ELi5: What is Genetic Imprinting? How is it different of other Chromosomal and Genetic errors like Addition or Deletion?


I’ve been trying to wrapped around it and read multiple books but nowhere I got satisfactory explanation.

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I assume you mean genomic imprinting. First of all, it’s simply not an error at all. It does not imply any deviation from what the genetic code “should” be and is a nomal part of how everyone human’s genes work (though there are plenty of other organisms which don’t use it). In fact if this mechanism doesn’t work, you get certain diseases.

Genes can be turned on and off without changing the genetic code. This is very important because if every cell in your body started producing every protein encoded in your genome completely unregulated, you would stop existing very quickly. One way to turn genes on or off is through epigenetic modifications and that’s what genomic imprinting is about. If a gene is affected by this mechanism, then you’ll recieve one allele from each parent exactly as you “should”, but only the one you got from your father is turned on and the other is off (or vice versa). Again, this has no impact on the genetic code, the sequence of A,T,C and G is the exact same whether it’s on or off. Epigenetics is mostly about DNA methylation and histone modification.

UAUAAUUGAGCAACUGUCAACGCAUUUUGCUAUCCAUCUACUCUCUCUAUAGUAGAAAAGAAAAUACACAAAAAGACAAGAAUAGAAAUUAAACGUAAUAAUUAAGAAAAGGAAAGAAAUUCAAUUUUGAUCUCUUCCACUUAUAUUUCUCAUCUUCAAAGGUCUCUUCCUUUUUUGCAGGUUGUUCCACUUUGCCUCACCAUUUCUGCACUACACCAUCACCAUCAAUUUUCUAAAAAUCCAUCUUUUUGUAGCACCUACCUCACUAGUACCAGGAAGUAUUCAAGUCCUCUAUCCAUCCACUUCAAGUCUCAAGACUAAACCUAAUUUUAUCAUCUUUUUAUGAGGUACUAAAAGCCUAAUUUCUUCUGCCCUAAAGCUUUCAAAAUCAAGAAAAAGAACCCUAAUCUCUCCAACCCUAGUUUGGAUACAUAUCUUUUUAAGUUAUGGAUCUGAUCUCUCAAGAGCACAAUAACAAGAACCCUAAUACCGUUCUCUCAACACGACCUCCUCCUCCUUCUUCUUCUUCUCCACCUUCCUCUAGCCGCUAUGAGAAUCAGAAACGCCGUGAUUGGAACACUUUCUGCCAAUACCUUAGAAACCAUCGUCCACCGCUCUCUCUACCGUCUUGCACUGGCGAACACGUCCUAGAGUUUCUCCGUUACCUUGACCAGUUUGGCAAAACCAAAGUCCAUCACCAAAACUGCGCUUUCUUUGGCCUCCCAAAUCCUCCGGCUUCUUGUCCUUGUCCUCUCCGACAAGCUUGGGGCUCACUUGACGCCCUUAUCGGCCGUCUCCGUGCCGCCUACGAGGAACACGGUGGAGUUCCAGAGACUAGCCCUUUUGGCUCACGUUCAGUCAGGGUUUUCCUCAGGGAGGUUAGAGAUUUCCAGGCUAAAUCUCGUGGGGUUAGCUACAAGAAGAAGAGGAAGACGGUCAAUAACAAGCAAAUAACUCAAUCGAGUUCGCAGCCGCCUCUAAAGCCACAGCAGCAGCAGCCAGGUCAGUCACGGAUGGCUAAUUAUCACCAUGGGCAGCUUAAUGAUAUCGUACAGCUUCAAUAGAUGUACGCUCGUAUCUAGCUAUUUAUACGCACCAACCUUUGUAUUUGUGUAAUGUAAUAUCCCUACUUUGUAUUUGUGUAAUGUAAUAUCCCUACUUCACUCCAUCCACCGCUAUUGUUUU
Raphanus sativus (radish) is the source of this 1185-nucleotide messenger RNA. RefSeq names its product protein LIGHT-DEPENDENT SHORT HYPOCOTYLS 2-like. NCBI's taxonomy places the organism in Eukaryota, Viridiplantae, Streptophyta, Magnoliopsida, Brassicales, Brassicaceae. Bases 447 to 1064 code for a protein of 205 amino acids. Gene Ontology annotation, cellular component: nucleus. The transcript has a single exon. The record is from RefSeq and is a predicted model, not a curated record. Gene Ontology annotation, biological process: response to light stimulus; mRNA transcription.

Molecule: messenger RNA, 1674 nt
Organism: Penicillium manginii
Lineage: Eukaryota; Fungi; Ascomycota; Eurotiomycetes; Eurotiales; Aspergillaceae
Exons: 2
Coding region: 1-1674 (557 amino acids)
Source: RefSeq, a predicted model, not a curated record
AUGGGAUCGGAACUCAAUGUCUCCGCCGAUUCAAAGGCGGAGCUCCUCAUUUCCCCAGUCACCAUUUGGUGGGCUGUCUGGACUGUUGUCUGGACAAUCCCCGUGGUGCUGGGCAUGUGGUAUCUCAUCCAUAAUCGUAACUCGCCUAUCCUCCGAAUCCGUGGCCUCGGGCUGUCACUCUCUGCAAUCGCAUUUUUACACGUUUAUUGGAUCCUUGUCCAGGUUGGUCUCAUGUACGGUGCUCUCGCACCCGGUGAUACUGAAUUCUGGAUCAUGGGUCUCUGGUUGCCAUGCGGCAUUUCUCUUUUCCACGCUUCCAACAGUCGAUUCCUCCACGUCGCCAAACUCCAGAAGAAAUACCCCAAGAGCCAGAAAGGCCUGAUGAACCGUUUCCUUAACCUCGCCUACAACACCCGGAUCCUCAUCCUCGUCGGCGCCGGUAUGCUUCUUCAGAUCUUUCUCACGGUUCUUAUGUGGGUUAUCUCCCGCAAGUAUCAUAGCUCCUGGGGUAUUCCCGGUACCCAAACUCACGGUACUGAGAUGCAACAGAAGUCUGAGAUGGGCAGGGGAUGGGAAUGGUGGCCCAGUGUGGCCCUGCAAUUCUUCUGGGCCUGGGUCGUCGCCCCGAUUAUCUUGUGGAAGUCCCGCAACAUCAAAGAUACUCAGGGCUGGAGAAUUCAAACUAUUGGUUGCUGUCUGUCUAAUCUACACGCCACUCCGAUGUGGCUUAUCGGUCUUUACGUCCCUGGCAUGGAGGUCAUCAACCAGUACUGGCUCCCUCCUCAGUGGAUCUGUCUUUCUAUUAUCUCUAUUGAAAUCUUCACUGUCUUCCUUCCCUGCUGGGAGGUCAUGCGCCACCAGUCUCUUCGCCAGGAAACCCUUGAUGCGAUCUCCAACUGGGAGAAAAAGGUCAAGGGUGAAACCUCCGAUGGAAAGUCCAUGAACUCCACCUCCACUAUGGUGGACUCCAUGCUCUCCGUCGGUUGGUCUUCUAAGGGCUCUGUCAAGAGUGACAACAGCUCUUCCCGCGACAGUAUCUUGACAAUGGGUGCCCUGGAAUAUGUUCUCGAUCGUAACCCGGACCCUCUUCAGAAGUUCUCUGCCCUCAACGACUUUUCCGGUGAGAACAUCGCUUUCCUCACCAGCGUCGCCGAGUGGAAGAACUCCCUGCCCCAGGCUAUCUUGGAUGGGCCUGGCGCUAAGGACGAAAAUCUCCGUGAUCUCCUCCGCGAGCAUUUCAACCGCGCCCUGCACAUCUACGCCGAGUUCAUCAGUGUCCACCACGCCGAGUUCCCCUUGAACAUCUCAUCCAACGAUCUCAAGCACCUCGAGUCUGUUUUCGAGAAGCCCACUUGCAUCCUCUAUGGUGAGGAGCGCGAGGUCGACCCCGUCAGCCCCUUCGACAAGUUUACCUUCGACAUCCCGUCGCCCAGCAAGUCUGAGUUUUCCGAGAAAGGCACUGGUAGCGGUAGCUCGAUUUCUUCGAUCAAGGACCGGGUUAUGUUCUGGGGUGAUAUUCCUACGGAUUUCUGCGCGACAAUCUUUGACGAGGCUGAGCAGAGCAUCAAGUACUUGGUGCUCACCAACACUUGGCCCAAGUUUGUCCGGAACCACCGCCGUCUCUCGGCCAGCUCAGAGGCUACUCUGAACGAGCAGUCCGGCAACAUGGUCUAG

Literally little tags are added on to the DNA molecule like those sticky tabs added to notebook pages to tell you where to read

These are able to control the level of gene expression by affecting protein behaviour. They can ‘silence’ genes by suppressing expression, for instance.

Often regarding suppressing gene activity, the ‘tags’ are methyl groups that become attached to specific areas of the DNA. There are other types of tags for different things too.

These ‘epigenetic’ tags do not change your DNA sequence, that’s what makes it different from addition and deletion, which affect sequence. There is no affect on your DNA code, it only affects how the code is expressed. And a very large portion of the tags are removed in the process of producing sperm/egg, so they are not necessarily inhereted.